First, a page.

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Kawada Ryokichi - Jeanie Eadie's Samurai: The Life and Times of a Meiji Entrepreneur

Kawada Ryokichi - Jeanie Eadie's Samurai: The Life and Times of a Meiji Entrepreneur

Kawada Ryokichi - Jeanie Eadie's Samurai: The Life and Times of a Meiji Entrepreneur and Agricultural Pioneer
By Andrew Cobbing and Masataro Itami
Global Oriental, 2006
ISBN 1-901903-02-8

Review by Sir Hugh Cortazzi

In Britain there are now many interracial marriages and the prejudices against such unions have largely disappeared especially in the case of marriages between British and Japanese. The same is largely true of enlightened circles in Japan. Where prejudices do continue they are more likely to be based on class consciousness than on racial grounds. But in the first hundred years or so after the end of the Tokugawa era there were strong objections against such unions especially among the new Japanese elite. There were, however, a number of well known and successful interracial marriages as well as some failures. One outstanding example of a successful Anglo-Japanese match was that between Baron Sannomiya Yoshitane who became Grand Master of the Ceremonies to the Imperial Household in the late Meiji period. Another was that of Mutsu Hirokichi, son of Mutsu Munemitsu, Japanese Foreign Minister, with Ethel later known as Countess Iso Mutsu. Ethel was the daughter of Hirokichi's landlord in Cambridge. His father forbade the marriage but when Hirokichi was appointed Japanese Consul in San Francisco he persuaded Ethel to join him there although they had not met for some years. They eventually married and Hirokichi became Counsellor in London responsible for Japanese participation in the Anglo-Japanese exhibition at Shepherds Bush in 1910. Some other matches, as Koyama Noboru has explained in an essay in Britain and Japan: Biographical Portraits Volume IV (Japan Library, 2002), ended in failure. Some British diplomats, officials and others in the Meiji period, such as the outstanding diplomat Sir Ernest Satow, had Japanese mistresses or common law wives which they hid from the prudish eyes of Victorians in Britain. Some others, who made their home in Japan such as Captain Frank Brinkley, insisted on marrying their Japanese mistresses. Lady Arnold, the Japanese widow of Sir Edwin Arnold, became a pillar of the Japan Society in London in the early decades of the twentieth century.

There were sadly a number of cases where there was real love and affection on both sides but which ended in unhappiness if not tragedy. These two books (the second in the next review - Falling Blossom: A British Officer's Enduring Love for a Japanese Woman) tell two such stories, based on letters which were fortunately preserved. Both are moving accounts of tragic love affairs - some might call them tear-jerkers. In both cases the woman was the loser. It is tempting in these days when we rightly attach importance to equality of the sexes to condemn the men involved for at the very least insensitivity, but we cannot know all the circumstances and should perhaps reserve judgement.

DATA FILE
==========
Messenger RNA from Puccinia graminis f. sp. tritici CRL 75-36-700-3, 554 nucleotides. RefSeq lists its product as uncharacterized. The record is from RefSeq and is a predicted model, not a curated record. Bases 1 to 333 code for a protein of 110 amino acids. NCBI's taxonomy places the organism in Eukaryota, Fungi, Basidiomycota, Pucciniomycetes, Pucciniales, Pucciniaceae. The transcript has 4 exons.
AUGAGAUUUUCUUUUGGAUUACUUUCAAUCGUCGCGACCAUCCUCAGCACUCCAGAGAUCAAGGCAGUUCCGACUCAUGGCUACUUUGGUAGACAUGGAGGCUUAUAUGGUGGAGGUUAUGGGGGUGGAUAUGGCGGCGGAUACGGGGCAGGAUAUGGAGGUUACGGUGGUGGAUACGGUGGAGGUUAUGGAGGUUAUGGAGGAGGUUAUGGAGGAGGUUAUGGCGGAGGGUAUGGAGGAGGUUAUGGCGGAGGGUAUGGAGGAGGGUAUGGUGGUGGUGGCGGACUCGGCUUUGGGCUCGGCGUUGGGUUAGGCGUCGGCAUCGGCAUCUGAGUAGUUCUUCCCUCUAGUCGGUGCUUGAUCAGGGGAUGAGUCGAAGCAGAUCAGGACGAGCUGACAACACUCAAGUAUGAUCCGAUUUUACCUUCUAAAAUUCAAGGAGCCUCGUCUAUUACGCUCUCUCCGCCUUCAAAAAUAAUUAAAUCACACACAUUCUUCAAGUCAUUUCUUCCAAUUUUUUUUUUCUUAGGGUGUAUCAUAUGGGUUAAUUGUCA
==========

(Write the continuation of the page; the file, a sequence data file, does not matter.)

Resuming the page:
Kawada Ryokichi - Jeannie Eadie's Samurai

Kawada Ryokichi was born in 1856 in the province of Tosa in Shikoku. He was the son of a lower-ranking samurai much involved in farming. This was the basis of his later commitment to agricultural development, but he was a keen student and was sent to Osaka to study English. His father, Kawada Koichiro, worked with Iwasaki Yataro who established the Mitsubishi trading company and what eventually became Nippon Yusen Kaisha (NYK). Koichiro became a very successful businessman and when the peerage was established he was made a Baron. Ryokichi went to Tokyo in 1874 and as a result of his father's interest in Japan's first shipbuilding yard Mitsubishi Engine Work [sic] he was sent in 1877 to study shipbuilding as an apprentice engineer at the Lobnitz , Coulbourn & Co shipyard in Glasgow. It must have been a lonely and tough life for Ryokichi, but he was a conscientious and hard working apprentice who earned the commendations of his superiors. One day in January 1883 he went into a bookshop near Glasgow Central Station where he sought help from a young female assistant, Jeannie Eadie. This chance meeting led to a growing friendship. Jeannie lived with her mother in a tiny house in Pollok Street Glasgow. She was a devout Christian and regular churchgoer. When they could not meet Jeannie would write simple letters to him. The friendship developed from affection to love, but there is no indication that this led to their sleeping together. Indeed this seems most unlikely in view of Jeannie's religious beliefs. But Ryokichi hoped to marry her and to persuade her to come back with him to Japan. Jeannie clearly had doubts about whether this would be feasible and she was worried about what would happen to her mother. When they finally parted on Ryokichi's return to Japan in 1884 he promised to try to persuade his father to agree to their marriage, but Baron Kawada Koichiro adamantly refused and forced his son to marry a suitable Japanese bride. There were children but the marriage was not a happy one. Jeannie eventually married a man considerably older than herself.

The account of the love affair is largely based on the 89 letters which Ryokichi preserved and which were only discovered in 1979. But the authors through much meticulous research have provided a full account of Ryokichi's life and give an interesting picture of the societies in Japan and in Scotland in which Ryokichi and Jeannie lived.